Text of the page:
By Charina Clarisse Echaluce
Pharmaceutical giant Sanofi Pasteur asked Health Secretary Francisco Duque III to meet with its officials, after Department of Health (DOH) demanded the company to refund the P1.4 billion unused Dengvaxia and shoulder the testing expenses of vaccinated students.
“We acknowledge the request made by the Philippines’ Secretary of the Department of Health, Francisco Duque, for the reimbursement of unused doses of Dengvaxia,” Sanofi said in a short statement.
The company behind the Dengvaxia vaccine, which was used in the government’s mass immunization program involving around 830,000 children, disclosed that it has already asked the health chief to discuss the issue with them.
“We have recently asked for a meeting with Secretary Duque to discuss this issue directly, which we hope can take place in the very near future,” it stated.
On November 29, 2017, Sanofi Pasteur announced a “new finding” on Dengvaxia.
“The analysis confirmed that Dengvaxia provides persistent protective benefit against dengue fever in those who had prior infection…. For those not previously infected by dengue virus, however, the analysis found that in the longer term, more cases of severe disease could occur following vaccination upon a subsequent dengue infection,” Sanofi said in a previous statement.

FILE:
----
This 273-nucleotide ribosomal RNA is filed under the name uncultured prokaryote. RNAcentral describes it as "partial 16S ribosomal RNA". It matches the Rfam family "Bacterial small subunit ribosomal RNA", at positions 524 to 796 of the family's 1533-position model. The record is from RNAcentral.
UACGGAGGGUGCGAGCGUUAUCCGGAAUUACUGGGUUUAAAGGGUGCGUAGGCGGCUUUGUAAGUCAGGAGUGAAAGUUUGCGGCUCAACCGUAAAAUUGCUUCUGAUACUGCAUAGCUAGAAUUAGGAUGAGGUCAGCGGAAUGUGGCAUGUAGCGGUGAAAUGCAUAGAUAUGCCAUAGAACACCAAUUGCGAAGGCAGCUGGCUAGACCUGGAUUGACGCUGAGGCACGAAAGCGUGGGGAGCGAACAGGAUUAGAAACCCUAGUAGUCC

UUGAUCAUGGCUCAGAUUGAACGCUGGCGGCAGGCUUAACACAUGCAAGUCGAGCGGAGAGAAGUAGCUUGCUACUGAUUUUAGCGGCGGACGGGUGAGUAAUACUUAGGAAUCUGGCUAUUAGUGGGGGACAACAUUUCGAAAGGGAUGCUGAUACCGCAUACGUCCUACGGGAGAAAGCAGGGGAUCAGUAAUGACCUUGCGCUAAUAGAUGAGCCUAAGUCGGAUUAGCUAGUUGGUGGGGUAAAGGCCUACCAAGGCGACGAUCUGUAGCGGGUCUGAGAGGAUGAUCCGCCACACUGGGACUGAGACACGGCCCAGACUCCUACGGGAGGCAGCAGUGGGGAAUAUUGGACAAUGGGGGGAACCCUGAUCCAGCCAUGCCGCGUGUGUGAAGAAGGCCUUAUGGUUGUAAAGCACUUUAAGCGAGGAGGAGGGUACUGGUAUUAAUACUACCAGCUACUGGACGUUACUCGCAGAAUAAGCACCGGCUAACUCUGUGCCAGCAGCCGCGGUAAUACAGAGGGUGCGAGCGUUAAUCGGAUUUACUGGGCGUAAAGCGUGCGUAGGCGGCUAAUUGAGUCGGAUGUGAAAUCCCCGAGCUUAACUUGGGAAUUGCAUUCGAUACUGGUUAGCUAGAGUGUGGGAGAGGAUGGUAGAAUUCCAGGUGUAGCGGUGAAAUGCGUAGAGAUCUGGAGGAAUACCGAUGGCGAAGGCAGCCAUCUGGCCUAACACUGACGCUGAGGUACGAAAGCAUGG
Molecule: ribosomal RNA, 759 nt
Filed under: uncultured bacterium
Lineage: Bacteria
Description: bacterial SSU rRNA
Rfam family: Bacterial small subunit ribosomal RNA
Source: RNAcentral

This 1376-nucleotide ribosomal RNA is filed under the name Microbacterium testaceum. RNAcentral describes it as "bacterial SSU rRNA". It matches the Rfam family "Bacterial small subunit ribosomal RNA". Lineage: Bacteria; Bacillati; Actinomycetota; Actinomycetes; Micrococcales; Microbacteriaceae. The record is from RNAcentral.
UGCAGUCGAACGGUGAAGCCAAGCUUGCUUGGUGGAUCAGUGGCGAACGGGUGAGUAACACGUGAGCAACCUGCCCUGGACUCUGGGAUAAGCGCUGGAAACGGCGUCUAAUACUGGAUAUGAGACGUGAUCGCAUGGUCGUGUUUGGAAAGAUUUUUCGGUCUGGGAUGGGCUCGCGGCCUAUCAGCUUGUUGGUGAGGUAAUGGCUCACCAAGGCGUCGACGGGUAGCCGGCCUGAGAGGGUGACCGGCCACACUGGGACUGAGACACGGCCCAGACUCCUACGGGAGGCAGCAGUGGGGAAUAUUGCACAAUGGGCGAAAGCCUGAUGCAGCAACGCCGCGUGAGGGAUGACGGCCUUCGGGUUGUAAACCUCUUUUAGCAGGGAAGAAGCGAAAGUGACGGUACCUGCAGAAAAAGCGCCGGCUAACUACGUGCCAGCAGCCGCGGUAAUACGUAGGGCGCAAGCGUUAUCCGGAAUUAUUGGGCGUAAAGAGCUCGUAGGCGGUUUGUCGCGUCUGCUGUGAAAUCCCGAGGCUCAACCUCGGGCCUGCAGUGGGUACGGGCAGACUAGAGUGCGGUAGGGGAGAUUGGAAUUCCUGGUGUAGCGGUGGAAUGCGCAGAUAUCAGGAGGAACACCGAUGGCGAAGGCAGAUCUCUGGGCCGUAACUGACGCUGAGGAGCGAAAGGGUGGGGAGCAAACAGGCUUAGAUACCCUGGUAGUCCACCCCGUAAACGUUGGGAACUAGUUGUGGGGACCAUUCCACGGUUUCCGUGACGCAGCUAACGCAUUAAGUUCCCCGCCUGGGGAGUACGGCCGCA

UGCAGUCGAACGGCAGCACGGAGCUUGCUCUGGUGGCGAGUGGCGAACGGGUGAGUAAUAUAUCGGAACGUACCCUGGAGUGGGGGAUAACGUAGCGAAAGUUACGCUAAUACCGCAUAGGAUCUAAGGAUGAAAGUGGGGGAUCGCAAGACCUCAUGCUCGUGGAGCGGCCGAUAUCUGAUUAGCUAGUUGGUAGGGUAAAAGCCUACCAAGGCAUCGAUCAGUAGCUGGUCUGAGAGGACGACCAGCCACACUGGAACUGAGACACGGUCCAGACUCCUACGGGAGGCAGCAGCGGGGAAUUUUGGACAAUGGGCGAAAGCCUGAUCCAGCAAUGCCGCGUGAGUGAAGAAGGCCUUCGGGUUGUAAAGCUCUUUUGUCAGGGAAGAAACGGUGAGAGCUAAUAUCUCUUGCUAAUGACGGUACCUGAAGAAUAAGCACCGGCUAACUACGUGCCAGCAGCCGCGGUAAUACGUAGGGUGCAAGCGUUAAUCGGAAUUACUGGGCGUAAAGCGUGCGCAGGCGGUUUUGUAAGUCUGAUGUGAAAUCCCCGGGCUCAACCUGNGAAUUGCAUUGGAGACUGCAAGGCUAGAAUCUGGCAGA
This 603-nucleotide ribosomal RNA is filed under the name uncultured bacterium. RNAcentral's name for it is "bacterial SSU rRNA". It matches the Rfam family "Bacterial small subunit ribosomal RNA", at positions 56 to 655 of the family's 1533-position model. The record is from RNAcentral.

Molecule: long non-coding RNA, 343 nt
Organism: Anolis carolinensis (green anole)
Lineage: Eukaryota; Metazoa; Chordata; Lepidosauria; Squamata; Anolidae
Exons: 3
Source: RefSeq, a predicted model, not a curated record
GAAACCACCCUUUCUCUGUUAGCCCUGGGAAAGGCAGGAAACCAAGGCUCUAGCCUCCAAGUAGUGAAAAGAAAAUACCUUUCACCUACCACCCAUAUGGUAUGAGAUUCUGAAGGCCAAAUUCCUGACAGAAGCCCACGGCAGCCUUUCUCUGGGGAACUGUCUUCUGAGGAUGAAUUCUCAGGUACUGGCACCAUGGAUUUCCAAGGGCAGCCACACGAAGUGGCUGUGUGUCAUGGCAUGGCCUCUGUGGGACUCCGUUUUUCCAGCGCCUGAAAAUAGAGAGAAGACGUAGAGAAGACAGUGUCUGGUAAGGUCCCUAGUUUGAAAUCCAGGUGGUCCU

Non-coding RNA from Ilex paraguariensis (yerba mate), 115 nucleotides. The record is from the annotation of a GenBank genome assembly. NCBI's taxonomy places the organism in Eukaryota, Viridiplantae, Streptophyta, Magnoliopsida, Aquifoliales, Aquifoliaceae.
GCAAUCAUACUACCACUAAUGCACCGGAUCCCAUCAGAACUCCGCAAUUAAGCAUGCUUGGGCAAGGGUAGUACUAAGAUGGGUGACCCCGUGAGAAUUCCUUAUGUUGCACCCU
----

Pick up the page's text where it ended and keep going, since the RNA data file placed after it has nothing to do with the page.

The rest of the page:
On December 1, 2017, Duque put on hold the government vaccination drive.
Yesterday the health department disclosed that it has asked Sanofi Pasteur to refund the unused Dengvaxia and shoulder the testing of the vaccinated children.
In a letter sent to Thomas Triomphe, head of Sanofi Pasteur Asia Pacific, the DOH laid down its demand for Sanofi to refund in the amount of P1.4 billion which corresponds to the remaining unused vials of Dengvaxia.
In a separate letter, the health department requested the company to conduct serotesting of the vaccines using a newly developed test to determine their pre-vaccination status at no cost to the government.
The DOH, as well, requested documents on all the ongoing clinical trials and other studies involving Dengvaxia in the Philippines; including proof that they have passed ethics review standards of the Philippine Council for Health Research and Development.
“The risk benefit ratio of Dengvaxia has significantly changed as the risk caused by the introduction of the vaccine to seronegative people has greatly outweighed its benefits, if any,” Duque said.
“The Dengvaxia vaccine which Sanofi Pasteur aggressively promoted and sold to the Philippine government has undeniably failed to deliver its supposed clinical benefit and safety claims, hence, considered defective under Philippine civil laws,” he added.